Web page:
FAAST Seminar Targets Psychological Vulnerabilities Of CFIT Victims


You don’t need a Ph.D. in psychology to understand the difference between confirmation bias and continuation bias. But as a pilot, learning the nuances could save your life when it comes to combating controlled flight into terrain (CFIT). The FAA Safety Team (FAAST) is presenting a seminar on the topic (Select Number: EA07117541) on Nov. 22. And the subhead for the presentation appropriately reads, “It’s hard to change horses in the middle of the stream, but sometimes the stream gets too strong for the horse you’re on.”

In a nutshell, the basis for the seminar starts with: “Plan Continuation Bias is a form of Confirmation Bias that features pressing on with a plan even though information that indicates the plan should be modified or abandoned is readily available. It appears stronger as one nears completion of the activity (e.g. nearing a destination).” In other words, it gets harder to swap horses the closer you get to the far shore.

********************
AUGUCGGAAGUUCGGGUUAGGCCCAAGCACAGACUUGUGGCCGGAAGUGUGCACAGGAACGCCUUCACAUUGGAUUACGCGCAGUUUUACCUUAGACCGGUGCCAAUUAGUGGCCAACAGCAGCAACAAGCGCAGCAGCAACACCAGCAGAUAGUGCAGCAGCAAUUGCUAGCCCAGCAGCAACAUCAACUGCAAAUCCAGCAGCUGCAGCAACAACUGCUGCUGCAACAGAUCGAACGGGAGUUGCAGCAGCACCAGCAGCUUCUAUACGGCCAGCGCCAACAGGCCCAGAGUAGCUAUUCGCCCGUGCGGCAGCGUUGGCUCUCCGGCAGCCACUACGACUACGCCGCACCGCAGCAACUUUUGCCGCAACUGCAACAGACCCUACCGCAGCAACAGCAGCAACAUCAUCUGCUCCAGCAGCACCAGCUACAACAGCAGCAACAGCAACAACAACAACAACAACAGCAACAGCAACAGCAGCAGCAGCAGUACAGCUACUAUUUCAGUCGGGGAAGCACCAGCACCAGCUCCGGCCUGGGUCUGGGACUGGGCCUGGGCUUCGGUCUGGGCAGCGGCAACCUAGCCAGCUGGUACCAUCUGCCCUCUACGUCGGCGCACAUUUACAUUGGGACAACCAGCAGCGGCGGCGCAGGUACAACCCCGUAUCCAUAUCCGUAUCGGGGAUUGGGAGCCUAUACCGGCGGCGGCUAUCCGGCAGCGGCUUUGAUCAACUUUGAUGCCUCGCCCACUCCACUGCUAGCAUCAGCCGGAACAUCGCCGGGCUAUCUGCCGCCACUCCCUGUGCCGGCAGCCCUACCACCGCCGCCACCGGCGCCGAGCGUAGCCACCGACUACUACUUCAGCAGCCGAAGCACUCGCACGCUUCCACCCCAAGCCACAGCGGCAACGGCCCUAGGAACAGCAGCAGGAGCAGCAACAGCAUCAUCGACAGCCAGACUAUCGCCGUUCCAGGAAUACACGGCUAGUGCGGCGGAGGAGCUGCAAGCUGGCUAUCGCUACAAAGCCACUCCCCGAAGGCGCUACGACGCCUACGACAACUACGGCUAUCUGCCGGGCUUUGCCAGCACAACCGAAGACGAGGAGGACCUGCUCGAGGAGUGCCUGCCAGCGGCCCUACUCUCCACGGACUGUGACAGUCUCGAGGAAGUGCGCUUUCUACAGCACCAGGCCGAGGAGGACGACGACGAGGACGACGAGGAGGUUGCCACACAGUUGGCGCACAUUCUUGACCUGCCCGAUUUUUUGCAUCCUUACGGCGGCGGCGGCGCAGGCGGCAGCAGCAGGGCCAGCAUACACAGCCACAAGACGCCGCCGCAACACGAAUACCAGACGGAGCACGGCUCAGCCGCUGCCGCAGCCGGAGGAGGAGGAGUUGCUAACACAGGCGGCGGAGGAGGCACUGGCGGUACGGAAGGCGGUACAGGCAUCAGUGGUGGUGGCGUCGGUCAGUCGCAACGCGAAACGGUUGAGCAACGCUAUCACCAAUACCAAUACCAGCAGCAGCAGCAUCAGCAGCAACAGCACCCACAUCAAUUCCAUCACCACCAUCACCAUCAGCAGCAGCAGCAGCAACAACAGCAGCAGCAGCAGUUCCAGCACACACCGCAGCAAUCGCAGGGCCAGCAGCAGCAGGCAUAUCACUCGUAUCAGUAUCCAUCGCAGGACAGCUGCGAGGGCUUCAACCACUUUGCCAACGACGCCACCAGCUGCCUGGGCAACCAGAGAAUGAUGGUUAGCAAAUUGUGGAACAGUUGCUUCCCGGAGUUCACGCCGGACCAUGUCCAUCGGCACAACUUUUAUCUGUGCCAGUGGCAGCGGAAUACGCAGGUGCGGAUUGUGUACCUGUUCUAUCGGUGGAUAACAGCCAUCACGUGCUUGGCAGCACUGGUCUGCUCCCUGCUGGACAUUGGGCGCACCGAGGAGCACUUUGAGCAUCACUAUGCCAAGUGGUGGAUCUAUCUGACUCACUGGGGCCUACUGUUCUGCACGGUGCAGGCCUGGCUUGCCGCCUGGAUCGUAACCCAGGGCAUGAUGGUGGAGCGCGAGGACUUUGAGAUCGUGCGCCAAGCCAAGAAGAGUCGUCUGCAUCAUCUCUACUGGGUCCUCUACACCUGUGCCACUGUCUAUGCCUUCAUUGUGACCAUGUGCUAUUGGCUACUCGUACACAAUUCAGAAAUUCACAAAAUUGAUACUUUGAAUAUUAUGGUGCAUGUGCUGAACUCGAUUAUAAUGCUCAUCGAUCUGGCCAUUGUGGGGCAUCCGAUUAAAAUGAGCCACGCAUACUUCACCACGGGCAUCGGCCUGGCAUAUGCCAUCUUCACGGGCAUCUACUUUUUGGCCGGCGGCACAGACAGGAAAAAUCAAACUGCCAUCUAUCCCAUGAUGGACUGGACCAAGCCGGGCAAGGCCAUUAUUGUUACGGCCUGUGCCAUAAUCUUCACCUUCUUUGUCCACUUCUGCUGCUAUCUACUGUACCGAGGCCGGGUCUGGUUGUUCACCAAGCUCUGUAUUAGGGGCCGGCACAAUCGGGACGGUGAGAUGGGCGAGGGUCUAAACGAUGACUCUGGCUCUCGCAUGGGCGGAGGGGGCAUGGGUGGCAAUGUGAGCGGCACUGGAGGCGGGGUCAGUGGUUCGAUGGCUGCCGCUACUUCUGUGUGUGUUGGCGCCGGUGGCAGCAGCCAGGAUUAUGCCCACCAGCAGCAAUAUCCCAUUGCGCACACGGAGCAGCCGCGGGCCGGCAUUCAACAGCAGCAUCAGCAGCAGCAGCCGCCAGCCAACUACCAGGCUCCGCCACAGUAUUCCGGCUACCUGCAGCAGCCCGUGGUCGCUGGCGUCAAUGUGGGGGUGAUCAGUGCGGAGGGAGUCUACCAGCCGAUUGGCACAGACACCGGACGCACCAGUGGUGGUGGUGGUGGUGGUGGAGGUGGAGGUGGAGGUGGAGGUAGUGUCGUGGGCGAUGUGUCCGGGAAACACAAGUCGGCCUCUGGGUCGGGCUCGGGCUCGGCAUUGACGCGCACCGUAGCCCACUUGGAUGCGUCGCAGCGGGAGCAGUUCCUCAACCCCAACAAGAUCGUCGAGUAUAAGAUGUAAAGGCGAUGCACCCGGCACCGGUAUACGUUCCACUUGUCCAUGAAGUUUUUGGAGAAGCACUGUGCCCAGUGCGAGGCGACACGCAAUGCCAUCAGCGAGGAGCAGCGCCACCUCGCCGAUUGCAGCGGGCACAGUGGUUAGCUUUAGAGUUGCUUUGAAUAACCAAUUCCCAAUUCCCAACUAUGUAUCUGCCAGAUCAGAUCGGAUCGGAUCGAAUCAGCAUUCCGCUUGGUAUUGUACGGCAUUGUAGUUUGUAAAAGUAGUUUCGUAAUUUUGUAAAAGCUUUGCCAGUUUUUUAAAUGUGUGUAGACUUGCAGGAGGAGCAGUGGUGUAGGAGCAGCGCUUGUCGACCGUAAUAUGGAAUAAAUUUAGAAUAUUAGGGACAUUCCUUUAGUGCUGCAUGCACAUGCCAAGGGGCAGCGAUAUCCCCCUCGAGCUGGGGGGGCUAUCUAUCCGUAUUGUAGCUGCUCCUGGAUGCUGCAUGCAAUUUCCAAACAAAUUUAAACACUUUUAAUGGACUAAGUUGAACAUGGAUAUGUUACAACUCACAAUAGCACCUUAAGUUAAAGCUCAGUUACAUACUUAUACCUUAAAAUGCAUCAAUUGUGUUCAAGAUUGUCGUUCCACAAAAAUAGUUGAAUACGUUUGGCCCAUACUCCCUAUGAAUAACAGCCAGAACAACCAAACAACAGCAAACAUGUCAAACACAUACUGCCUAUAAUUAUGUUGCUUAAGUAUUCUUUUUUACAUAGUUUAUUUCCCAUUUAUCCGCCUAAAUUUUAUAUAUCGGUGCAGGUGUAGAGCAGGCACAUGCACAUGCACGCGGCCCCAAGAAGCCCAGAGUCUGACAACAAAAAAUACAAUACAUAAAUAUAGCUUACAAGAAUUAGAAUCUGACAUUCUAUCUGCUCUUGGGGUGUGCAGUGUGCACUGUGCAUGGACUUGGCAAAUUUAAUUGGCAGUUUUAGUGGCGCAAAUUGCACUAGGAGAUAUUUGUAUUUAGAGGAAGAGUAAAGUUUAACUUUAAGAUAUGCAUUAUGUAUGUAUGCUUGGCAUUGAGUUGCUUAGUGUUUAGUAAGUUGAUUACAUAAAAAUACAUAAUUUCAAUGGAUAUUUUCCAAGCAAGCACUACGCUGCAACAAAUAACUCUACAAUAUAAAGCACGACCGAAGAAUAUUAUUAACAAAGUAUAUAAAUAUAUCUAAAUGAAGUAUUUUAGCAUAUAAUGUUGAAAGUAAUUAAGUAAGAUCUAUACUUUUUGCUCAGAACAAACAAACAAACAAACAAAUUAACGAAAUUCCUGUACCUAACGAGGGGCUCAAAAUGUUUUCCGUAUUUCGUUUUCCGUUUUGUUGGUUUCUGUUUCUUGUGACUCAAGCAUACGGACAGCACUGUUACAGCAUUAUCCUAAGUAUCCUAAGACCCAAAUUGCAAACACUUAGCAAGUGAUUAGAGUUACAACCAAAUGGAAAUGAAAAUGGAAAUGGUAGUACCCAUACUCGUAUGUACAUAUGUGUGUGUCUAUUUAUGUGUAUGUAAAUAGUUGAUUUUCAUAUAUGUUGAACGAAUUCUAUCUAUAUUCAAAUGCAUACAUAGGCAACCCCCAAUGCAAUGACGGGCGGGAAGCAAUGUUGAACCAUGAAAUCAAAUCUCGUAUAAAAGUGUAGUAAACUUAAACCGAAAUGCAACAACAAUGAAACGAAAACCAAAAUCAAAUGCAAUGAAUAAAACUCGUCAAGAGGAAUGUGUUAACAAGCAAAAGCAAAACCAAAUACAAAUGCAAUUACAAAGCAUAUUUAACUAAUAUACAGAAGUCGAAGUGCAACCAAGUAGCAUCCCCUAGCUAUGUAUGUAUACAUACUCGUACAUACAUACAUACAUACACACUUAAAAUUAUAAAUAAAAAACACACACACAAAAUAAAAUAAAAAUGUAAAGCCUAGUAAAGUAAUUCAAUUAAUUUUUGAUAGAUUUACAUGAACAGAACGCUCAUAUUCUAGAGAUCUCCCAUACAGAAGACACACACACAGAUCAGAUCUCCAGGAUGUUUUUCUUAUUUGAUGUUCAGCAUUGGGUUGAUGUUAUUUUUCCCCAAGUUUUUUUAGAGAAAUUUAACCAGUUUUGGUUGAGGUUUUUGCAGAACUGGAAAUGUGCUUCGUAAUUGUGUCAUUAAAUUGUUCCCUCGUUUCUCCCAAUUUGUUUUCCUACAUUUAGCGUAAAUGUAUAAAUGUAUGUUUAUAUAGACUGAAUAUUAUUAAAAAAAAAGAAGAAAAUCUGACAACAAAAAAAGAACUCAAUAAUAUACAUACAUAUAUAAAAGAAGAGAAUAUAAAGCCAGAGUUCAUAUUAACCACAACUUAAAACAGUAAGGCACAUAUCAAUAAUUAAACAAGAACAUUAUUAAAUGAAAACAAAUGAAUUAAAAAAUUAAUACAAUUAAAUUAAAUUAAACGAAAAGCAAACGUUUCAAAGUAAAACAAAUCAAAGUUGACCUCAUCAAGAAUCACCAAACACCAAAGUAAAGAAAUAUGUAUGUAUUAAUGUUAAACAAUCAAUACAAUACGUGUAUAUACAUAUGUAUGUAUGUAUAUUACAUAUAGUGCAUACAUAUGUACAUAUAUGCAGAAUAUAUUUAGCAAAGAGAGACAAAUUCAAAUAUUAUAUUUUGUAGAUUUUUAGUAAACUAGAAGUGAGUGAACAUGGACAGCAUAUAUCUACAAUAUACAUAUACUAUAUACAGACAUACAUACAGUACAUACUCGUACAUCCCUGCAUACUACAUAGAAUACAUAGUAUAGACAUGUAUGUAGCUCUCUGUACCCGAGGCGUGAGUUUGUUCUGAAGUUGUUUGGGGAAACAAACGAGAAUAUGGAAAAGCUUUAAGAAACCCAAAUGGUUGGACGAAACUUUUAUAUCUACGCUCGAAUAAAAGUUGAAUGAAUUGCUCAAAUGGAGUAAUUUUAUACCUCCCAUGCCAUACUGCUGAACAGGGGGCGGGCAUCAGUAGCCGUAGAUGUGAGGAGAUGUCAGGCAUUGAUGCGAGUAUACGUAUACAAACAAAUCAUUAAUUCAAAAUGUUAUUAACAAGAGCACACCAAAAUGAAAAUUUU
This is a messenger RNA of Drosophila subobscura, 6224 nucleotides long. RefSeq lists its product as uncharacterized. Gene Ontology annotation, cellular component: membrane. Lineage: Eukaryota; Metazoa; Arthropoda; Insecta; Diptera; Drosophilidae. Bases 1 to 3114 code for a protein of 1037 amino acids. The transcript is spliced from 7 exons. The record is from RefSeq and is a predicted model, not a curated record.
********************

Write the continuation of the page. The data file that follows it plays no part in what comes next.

The further summary of the seminar’s format continues:

-Realistic pre-flight planning should objectively consider aircraft and pilot capabilities, route and weather challenges, and alternative destinations.

-Periodic objective pilot performance assessments should be made in consultation with a Flight Instructor. 

-Objective in-flight “how-goes-it?” assessments should be made in order to inform decision-making with respect to continuing, modifying, or abandoning the plan.

For more information on the FAAST seminar or to register, click here.

Mark Phelps
Mark Phelps is a senior editor at AVweb. He is an instrument rated private pilot and former owner of a Grumman American AA1B and a V-tail Bonanza.

Other AVwebflash Articles